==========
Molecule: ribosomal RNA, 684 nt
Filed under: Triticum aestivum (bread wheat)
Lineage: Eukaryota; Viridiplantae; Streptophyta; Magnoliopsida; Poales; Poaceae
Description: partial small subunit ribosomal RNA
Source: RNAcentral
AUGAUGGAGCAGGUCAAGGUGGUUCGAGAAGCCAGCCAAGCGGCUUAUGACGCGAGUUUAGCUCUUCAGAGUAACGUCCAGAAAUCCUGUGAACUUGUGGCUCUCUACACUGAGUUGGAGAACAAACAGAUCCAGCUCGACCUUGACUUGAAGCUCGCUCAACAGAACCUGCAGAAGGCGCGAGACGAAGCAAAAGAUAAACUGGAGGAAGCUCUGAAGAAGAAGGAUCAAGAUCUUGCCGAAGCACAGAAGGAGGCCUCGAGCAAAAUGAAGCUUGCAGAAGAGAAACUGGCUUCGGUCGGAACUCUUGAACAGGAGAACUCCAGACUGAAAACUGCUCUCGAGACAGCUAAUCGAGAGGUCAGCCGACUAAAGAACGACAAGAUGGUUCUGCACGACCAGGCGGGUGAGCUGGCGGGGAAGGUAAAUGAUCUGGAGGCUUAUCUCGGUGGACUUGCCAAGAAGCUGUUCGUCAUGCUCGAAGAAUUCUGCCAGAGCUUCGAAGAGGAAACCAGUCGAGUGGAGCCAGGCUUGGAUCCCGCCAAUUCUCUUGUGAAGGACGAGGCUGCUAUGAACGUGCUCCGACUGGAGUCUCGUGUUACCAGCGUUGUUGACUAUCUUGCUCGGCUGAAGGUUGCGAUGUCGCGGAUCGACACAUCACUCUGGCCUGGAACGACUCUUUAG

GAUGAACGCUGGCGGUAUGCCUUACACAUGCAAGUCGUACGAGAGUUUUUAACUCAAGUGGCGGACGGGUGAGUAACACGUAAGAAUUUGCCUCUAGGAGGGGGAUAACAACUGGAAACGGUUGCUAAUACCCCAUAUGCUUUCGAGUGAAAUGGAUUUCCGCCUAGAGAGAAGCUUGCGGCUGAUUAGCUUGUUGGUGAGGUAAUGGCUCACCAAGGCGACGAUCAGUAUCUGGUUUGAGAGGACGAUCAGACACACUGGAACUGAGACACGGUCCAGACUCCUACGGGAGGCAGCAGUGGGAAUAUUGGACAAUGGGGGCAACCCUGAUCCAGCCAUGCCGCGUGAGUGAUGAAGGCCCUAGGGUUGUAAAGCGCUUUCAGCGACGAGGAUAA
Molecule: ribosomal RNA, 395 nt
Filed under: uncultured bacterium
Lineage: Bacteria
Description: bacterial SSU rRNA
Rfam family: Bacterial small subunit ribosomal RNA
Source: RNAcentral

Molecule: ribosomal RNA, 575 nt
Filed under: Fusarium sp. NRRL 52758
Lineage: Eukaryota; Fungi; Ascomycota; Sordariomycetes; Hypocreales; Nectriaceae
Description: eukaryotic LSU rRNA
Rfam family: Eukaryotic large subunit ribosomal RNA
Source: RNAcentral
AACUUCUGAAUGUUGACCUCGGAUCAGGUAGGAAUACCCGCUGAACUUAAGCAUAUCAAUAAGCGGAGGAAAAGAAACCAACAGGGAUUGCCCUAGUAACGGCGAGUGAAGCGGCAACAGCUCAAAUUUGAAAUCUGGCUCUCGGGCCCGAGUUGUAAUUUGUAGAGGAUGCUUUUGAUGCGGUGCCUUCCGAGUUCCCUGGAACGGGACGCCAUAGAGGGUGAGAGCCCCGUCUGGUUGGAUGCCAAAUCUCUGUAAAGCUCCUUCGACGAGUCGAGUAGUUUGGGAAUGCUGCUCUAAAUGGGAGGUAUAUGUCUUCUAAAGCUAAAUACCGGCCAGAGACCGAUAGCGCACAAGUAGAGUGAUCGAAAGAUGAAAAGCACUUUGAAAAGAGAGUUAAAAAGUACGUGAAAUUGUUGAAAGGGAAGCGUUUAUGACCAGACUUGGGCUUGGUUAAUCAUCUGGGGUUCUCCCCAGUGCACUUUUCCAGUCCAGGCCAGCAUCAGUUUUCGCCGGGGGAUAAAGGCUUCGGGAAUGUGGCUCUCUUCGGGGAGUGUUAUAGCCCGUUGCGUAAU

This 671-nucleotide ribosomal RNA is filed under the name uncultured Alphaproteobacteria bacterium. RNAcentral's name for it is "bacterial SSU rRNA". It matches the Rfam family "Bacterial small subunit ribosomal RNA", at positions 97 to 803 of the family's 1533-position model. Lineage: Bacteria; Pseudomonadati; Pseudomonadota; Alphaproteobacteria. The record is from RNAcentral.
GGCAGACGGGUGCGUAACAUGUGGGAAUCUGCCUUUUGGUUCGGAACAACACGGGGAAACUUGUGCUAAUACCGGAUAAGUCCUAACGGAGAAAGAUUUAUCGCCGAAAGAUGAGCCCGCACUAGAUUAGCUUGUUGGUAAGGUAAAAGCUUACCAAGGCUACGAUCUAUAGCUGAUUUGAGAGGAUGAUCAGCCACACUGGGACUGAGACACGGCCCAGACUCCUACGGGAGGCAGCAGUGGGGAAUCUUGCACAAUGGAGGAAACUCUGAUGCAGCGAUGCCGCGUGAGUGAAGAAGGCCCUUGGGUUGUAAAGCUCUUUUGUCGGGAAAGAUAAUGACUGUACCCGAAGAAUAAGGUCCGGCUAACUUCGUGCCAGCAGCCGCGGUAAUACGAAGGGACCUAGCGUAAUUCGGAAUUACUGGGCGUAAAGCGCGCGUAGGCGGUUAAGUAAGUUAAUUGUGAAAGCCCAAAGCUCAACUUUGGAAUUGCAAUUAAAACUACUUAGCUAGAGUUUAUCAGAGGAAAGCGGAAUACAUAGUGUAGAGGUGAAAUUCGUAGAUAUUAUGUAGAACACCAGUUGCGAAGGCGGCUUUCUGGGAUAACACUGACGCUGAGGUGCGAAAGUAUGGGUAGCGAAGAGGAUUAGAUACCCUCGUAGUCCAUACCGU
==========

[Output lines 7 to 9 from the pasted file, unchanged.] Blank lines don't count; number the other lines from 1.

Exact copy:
GAUGAACGCUGGCGGUAUGCCUUACACAUGCAAGUCGUACGAGAGUUUUUAACUCAAGUGGCGGACGGGUGAGUAACACGUAAGAAUUUGCCUCUAGGAGGGGGAUAACAACUGGAAACGGUUGCUAAUACCCCAUAUGCUUUCGAGUGAAAUGGAUUUCCGCCUAGAGAGAAGCUUGCGGCUGAUUAGCUUGUUGGUGAGGUAAUGGCUCACCAAGGCGACGAUCAGUAUCUGGUUUGAGAGGACGAUCAGACACACUGGAACUGAGACACGGUCCAGACUCCUACGGGAGGCAGCAGUGGGAAUAUUGGACAAUGGGGGCAACCCUGAUCCAGCCAUGCCGCGUGAGUGAUGAAGGCCCUAGGGUUGUAAAGCGCUUUCAGCGACGAGGAUAA
Molecule: ribosomal RNA, 395 nt
Filed under: uncultured bacterium